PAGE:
Waterlily Leaf Beetle (Family Chrysomelidae)

Waterlily Leaf Beetles can be found in weedy ponds and lakes and very slow streams all over North America. The adults are leggy, up to a half-inch long, often metallic, with antennae about half as long as their body; they are jumpy and can move fast, and they’re a little camera shy.

Goldenrod Leaf Miner (Family Chrysomelidae)

The Goldenrod Leaf Miner is listed as “common” over most of the U.S. and into southern Canada (the BugLady has apparently been overlooking it all this time). The GLM is a small, rugged-looking beetle with pitted thorax and elytra and flashy red-orange racing stripes. They are found on goldenrods, often nestled in the dense vegetation of the goldenrod bunch galls at the top of the stem.

Buttercup Beetle (Family Chrysomelidae)

Prasocuris vitatta habitat needs often involve sunny wetland edges in the eastern half of North America where members of the buttercup family grow, and they’re also found on the introduced Common/meadow/tall buttercup that grows along roadsides and woodland edges.

Imported Willow Leaf Beetle (Family Chrysomelidae)

Imported Willow Leaf Beetles are northern European natives that reached our shores in 1915; they’re common in the eastern half of the U.S. and north into Canada. Adults overwinter in bark crevices or on the ground in leaf litter, and they leap into action when trees begin to leaf out.

Bugs without Bios V

The BugLady dedicates Bugs without Bios episodes to insects about whom, despite all the words that are floating around out there, she can discover only a little information.

Colorado Potato Beetle (Family Chrysomelidae)

The Colorado Potato Beetle (aka the Potato bug) is among the 10 insects that everyone should know. Gardeners from California to Florida to Nova Scotia to British Columbia certainly know it. CPB adults and larvae feed on the leaves of plants in the Potato family, which includes potatoes as well as tomatoes, nightshade, peppers, eggplant and other secondary targets.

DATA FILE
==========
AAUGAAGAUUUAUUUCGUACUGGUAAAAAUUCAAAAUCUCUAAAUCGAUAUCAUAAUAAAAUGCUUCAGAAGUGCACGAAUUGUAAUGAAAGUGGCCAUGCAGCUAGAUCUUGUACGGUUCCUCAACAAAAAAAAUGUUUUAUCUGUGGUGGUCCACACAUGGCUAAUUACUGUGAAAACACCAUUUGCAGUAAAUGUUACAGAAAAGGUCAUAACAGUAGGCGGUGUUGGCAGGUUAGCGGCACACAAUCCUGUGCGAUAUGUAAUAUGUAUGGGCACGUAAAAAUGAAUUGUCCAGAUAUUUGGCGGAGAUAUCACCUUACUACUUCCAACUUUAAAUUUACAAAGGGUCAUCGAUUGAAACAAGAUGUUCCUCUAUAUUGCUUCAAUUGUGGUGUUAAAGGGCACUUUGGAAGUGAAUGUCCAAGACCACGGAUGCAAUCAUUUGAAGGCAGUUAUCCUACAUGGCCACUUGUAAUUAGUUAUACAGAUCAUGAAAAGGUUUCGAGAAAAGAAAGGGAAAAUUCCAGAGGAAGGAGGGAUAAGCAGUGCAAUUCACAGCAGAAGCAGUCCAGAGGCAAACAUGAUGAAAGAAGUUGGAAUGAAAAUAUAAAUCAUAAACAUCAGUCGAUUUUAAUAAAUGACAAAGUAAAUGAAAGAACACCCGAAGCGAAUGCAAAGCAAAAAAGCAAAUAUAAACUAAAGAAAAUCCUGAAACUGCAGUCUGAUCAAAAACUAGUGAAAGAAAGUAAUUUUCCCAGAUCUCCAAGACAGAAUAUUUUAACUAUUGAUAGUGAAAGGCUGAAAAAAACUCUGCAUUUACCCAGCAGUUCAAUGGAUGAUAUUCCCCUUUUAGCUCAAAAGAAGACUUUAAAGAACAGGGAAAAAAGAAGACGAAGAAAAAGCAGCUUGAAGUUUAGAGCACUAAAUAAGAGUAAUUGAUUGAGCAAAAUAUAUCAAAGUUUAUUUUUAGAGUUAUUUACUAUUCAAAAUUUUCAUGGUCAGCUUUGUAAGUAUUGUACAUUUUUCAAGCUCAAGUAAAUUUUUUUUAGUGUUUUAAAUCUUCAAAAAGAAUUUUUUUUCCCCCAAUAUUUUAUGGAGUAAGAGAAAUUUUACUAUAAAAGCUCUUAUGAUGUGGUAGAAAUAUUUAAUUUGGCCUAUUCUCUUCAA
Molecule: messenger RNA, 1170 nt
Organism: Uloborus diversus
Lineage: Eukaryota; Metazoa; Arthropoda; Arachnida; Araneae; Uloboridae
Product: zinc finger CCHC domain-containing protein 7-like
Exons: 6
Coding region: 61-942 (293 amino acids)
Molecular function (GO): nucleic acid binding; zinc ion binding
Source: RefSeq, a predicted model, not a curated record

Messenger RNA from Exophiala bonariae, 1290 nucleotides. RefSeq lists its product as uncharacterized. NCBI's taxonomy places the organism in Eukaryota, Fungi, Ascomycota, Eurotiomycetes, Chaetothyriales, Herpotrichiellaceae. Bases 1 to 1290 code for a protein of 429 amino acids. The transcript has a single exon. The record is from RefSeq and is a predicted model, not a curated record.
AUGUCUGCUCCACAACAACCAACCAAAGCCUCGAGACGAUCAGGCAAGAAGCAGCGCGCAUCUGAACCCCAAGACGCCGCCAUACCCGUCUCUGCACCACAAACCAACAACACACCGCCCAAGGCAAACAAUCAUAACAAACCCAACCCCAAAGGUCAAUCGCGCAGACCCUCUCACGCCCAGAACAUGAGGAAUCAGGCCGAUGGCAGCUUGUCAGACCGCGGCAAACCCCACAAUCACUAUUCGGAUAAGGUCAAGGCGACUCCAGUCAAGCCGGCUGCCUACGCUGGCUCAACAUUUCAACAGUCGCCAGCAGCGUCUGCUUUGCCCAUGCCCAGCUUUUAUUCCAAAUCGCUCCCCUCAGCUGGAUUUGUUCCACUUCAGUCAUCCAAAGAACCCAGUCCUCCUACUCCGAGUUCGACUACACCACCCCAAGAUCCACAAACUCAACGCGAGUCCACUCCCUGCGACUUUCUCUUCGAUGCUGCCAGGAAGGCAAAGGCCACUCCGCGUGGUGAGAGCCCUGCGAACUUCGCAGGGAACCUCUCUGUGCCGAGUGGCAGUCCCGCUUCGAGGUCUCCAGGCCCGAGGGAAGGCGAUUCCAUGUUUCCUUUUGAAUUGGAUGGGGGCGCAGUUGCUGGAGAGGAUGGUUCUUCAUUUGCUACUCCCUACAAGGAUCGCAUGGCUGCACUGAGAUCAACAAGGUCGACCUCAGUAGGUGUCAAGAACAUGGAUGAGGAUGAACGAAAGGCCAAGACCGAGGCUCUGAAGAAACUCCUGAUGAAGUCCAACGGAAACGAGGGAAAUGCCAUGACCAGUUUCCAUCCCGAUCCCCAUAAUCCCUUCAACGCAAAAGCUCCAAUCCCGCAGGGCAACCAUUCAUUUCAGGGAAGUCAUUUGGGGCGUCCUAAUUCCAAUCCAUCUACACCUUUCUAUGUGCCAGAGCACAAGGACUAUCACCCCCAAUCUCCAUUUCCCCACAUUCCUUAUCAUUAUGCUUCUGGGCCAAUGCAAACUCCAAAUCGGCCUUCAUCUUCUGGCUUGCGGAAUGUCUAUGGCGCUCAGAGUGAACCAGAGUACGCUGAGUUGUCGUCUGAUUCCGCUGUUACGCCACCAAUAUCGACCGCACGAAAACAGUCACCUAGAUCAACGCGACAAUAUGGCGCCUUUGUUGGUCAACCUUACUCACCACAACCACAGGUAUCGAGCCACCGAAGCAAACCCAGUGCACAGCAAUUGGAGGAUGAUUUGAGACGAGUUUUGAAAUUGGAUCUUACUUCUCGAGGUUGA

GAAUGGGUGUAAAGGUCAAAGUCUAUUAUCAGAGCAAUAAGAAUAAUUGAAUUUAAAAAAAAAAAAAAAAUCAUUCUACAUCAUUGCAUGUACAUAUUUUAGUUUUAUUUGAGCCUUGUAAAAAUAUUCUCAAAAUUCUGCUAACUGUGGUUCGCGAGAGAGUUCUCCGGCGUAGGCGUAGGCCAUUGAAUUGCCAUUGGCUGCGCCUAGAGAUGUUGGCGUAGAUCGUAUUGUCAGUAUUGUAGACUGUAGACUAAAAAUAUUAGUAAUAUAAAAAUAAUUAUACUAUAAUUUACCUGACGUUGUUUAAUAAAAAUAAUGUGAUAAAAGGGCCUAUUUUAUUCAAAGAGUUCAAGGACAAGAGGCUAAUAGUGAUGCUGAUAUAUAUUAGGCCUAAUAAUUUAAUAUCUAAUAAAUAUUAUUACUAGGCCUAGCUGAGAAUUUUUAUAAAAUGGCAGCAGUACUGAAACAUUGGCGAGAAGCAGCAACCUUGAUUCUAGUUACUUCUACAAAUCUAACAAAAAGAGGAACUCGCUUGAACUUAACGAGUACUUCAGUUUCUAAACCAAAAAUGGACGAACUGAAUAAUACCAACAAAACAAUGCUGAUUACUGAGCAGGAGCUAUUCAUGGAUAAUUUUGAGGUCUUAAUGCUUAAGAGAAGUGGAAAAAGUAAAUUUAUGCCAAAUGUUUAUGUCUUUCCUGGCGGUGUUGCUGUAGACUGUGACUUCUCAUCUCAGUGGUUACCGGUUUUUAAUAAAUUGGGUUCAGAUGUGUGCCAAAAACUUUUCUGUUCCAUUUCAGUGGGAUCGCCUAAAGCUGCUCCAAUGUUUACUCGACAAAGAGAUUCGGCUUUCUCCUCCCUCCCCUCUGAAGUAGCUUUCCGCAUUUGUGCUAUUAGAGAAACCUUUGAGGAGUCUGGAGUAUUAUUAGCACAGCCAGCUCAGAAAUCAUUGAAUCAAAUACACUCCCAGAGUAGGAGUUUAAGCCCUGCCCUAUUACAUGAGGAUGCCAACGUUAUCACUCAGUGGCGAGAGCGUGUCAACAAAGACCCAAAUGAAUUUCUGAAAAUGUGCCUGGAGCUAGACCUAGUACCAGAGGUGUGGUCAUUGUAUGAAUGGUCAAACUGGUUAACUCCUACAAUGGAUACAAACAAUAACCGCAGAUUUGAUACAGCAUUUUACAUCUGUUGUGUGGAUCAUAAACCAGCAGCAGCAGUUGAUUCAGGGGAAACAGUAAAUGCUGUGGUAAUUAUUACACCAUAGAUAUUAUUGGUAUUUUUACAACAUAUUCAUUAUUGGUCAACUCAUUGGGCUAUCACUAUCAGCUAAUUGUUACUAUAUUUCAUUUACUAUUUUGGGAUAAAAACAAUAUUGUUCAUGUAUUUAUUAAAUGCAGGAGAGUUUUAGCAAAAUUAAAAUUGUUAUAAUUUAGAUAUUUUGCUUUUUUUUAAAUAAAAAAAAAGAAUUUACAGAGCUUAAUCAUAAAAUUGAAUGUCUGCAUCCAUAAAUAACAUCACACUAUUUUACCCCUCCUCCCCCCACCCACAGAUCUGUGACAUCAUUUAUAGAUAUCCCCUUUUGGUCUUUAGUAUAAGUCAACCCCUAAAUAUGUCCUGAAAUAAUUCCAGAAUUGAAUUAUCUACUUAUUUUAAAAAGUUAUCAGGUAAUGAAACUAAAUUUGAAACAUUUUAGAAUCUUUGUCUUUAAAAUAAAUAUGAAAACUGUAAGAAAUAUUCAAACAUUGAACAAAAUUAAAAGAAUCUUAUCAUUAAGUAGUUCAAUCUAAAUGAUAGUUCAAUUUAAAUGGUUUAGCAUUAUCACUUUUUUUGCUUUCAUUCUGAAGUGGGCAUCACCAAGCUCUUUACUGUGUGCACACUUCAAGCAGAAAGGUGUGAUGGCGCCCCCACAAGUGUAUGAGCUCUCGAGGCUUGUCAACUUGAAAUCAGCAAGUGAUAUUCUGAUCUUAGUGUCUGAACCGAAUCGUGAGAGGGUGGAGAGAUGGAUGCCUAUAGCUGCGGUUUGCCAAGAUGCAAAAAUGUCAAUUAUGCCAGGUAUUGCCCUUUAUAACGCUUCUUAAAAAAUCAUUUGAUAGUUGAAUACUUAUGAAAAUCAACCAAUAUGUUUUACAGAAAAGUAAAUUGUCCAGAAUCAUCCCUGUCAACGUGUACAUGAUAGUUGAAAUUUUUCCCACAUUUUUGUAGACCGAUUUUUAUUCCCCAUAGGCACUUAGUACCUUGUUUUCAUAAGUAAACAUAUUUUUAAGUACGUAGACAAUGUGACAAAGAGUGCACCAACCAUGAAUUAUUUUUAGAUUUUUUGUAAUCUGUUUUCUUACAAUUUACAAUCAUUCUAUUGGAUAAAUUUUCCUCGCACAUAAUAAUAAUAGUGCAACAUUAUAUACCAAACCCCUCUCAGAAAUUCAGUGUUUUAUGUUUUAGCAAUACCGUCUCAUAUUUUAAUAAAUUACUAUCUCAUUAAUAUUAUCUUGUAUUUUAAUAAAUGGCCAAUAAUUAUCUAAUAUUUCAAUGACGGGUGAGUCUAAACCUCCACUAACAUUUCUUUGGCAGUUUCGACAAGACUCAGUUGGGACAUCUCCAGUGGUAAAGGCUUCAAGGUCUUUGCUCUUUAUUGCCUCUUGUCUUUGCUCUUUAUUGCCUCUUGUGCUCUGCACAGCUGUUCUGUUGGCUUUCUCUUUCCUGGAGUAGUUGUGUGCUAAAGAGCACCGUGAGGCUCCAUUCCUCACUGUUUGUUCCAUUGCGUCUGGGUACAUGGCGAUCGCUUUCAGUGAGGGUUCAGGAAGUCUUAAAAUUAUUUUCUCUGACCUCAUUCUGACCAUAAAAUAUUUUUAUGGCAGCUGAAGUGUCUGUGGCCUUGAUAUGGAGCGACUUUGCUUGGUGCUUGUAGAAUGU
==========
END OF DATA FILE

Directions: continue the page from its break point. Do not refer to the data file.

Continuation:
Red Milkweed Beetle (Family Cerambycidae)

Adult Red Milkweed Beetles eat milkweed leaves, buds, and flowers and they can get away with being red and black in a green world because milkweeds are toxic, and so, therefore, are RMBs, and red and black are aposematic (warning) colors. Apparently, there are some “primitive” species of Tetraopes that are not “locked into” toxic host plants and that have less a conspicuous coloration.

The 12 Bugs of Christmas

In lieu of the usual bug biography, the BugLady presents The Twelve Bugs of Christmas—a tribute to a dozen insects (a Baker’s Dozen, really) that were photographed this year but not featured in a BOTW. Let the singing commence.

Swamp Milkweed Leaf Beetle (Family Chrysomelidae)

Members of the leaf beetle family Chrysomelidae (more than 1,700 species north of Mexico) are often named after the plants they specialize on. The Swamp Milkweed Leaf Beetles prefer Swamp milkweed, but they’re found on other milkweeds as well. Multiple eggs are laid under milkweed leaves; multiple larvae hatch out and feed together on milkweed leaves for a while before going their separate ways. Adults also feed on milkweed, enjoying both the leaves and the flowers.

Blister Beetles (Family Meloidae)

Blister Beetles belong in the beetle family Meloidae, a family that contains about 400 species in North America and 3,000 species worldwide. Here in the Eastern side of the country, these mostly diurnal, medium-sized, wide-headed, long-legged, cylindrical beetles are often striped, spotted or drab in color. Their soft elytra (wing covers) are curved around the length of the abdomen but may not extend to its tip.